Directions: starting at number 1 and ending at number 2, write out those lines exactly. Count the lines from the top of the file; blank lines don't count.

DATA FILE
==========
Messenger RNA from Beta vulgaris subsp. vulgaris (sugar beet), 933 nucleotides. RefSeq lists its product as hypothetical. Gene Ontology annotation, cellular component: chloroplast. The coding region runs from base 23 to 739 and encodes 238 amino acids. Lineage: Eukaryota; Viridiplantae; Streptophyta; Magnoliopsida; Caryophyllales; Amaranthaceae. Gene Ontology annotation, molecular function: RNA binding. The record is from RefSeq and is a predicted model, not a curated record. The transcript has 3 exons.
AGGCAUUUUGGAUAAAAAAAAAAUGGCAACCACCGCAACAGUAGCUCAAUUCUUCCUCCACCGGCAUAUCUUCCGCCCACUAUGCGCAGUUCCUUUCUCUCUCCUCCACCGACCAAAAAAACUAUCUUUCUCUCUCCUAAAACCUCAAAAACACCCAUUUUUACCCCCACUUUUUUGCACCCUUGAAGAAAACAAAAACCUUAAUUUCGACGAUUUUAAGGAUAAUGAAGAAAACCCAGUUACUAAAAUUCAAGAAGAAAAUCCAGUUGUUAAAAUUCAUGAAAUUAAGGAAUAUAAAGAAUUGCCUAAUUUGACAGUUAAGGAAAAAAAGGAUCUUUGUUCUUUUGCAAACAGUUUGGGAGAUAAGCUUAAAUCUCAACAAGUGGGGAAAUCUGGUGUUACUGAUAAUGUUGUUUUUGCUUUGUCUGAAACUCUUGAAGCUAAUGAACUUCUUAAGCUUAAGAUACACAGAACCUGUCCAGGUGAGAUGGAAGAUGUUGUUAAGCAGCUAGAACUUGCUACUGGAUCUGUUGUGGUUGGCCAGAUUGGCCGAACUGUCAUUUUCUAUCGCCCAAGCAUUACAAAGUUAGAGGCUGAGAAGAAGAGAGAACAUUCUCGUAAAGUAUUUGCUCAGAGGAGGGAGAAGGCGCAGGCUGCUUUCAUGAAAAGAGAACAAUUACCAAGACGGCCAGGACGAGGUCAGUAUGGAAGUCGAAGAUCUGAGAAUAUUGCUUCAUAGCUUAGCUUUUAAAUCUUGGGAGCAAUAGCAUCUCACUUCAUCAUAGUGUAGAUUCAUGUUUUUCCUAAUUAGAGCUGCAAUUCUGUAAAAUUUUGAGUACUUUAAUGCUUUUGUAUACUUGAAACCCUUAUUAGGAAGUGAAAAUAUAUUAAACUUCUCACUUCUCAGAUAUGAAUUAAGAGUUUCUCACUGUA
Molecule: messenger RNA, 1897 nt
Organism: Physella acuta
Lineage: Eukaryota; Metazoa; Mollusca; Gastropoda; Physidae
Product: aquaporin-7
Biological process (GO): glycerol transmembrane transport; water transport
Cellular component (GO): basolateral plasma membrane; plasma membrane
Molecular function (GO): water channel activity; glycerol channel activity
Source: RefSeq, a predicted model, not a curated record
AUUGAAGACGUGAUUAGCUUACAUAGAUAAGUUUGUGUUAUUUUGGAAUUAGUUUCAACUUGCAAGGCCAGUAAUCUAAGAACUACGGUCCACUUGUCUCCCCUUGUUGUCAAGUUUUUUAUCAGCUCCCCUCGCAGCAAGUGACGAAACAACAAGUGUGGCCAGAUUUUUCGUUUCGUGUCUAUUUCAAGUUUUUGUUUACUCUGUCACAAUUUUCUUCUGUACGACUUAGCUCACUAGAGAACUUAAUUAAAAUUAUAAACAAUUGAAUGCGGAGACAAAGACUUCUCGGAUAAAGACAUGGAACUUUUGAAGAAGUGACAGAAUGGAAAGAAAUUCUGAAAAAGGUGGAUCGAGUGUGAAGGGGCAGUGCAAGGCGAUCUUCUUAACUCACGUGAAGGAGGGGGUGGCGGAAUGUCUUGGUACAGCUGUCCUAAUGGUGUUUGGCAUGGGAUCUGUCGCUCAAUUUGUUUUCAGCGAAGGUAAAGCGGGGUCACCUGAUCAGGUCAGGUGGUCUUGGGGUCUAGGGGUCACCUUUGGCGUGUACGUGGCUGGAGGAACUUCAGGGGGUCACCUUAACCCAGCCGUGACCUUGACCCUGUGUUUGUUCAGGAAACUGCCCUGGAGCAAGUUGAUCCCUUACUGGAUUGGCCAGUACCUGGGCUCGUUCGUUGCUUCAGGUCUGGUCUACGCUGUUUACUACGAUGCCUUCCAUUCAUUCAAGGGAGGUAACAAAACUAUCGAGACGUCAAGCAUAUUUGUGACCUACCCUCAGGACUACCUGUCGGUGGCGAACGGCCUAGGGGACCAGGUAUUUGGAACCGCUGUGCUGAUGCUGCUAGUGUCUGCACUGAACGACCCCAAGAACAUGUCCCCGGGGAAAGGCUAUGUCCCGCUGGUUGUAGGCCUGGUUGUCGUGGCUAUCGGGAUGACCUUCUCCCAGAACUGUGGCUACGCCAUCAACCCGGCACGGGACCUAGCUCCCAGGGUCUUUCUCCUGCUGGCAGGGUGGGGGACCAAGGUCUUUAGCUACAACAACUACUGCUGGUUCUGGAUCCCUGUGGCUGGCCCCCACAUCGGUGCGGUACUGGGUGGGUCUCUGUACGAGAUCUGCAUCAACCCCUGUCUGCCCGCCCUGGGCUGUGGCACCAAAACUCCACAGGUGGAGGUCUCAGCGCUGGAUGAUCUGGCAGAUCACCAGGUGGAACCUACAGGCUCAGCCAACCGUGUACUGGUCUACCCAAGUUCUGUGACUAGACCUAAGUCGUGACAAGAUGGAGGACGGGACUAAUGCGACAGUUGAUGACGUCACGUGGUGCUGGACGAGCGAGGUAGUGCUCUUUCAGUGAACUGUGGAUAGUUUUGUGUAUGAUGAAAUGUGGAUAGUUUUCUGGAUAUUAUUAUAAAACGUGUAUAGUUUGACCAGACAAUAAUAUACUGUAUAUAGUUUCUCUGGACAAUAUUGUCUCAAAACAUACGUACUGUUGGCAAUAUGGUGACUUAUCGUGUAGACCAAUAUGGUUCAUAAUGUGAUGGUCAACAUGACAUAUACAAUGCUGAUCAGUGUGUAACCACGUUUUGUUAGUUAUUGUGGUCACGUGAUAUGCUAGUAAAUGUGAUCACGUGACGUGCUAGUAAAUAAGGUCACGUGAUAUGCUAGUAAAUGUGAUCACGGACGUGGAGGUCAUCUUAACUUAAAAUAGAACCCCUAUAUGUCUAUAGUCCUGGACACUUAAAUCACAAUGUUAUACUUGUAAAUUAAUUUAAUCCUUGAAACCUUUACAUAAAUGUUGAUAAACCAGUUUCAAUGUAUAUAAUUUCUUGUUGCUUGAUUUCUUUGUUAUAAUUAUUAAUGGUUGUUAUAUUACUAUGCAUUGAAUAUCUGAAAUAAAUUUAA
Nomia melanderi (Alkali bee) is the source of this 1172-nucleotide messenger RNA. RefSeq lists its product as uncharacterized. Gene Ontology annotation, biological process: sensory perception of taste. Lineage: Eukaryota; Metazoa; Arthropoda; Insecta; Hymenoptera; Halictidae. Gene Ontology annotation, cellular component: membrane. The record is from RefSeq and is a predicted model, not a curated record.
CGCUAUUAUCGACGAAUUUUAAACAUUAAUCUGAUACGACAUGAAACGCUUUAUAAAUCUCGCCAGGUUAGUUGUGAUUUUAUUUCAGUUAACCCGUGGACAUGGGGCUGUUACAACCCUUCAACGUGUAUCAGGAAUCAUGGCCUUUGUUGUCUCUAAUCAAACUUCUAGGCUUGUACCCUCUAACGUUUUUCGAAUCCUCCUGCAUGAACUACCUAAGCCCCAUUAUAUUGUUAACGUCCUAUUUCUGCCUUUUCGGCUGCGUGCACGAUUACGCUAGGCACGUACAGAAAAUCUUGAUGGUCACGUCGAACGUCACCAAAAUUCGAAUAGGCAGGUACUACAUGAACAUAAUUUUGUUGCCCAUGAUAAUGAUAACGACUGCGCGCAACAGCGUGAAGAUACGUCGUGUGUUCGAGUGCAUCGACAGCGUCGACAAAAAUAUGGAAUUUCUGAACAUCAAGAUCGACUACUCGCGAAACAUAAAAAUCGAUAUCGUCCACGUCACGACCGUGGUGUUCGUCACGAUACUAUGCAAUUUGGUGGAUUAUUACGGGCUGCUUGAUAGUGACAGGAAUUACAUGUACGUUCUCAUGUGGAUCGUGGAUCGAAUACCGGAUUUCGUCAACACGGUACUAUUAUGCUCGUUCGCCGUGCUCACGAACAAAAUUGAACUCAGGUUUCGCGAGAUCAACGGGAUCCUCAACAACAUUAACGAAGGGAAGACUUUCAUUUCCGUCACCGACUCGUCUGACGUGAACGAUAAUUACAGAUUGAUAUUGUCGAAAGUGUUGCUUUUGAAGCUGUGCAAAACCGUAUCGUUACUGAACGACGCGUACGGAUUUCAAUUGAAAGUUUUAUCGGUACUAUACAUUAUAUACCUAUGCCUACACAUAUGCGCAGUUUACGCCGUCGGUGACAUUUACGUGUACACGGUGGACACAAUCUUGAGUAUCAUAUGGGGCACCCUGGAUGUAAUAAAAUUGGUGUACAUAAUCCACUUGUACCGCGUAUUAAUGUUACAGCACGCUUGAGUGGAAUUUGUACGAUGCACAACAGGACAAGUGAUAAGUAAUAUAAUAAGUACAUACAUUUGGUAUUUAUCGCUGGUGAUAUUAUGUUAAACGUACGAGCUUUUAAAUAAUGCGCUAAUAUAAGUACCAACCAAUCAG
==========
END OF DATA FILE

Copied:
Messenger RNA from Beta vulgaris subsp. vulgaris (sugar beet), 933 nucleotides. RefSeq lists its product as hypothetical. Gene Ontology annotation, cellular component: chloroplast. The coding region runs from base 23 to 739 and encodes 238 amino acids. Lineage: Eukaryota; Viridiplantae; Streptophyta; Magnoliopsida; Caryophyllales; Amaranthaceae. Gene Ontology annotation, molecular function: RNA binding. The record is from RefSeq and is a predicted model, not a curated record. The transcript has 3 exons.
AGGCAUUUUGGAUAAAAAAAAAAUGGCAACCACCGCAACAGUAGCUCAAUUCUUCCUCCACCGGCAUAUCUUCCGCCCACUAUGCGCAGUUCCUUUCUCUCUCCUCCACCGACCAAAAAAACUAUCUUUCUCUCUCCUAAAACCUCAAAAACACCCAUUUUUACCCCCACUUUUUUGCACCCUUGAAGAAAACAAAAACCUUAAUUUCGACGAUUUUAAGGAUAAUGAAGAAAACCCAGUUACUAAAAUUCAAGAAGAAAAUCCAGUUGUUAAAAUUCAUGAAAUUAAGGAAUAUAAAGAAUUGCCUAAUUUGACAGUUAAGGAAAAAAAGGAUCUUUGUUCUUUUGCAAACAGUUUGGGAGAUAAGCUUAAAUCUCAACAAGUGGGGAAAUCUGGUGUUACUGAUAAUGUUGUUUUUGCUUUGUCUGAAACUCUUGAAGCUAAUGAACUUCUUAAGCUUAAGAUACACAGAACCUGUCCAGGUGAGAUGGAAGAUGUUGUUAAGCAGCUAGAACUUGCUACUGGAUCUGUUGUGGUUGGCCAGAUUGGCCGAACUGUCAUUUUCUAUCGCCCAAGCAUUACAAAGUUAGAGGCUGAGAAGAAGAGAGAACAUUCUCGUAAAGUAUUUGCUCAGAGGAGGGAGAAGGCGCAGGCUGCUUUCAUGAAAAGAGAACAAUUACCAAGACGGCCAGGACGAGGUCAGUAUGGAAGUCGAAGAUCUGAGAAUAUUGCUUCAUAGCUUAGCUUUUAAAUCUUGGGAGCAAUAGCAUCUCACUUCAUCAUAGUGUAGAUUCAUGUUUUUCCUAAUUAGAGCUGCAAUUCUGUAAAAUUUUGAGUACUUUAAUGCUUUUGUAUACUUGAAACCCUUAUUAGGAAGUGAAAAUAUAUUAAACUUCUCACUUCUCAGAUAUGAAUUAAGAGUUUCUCACUGUA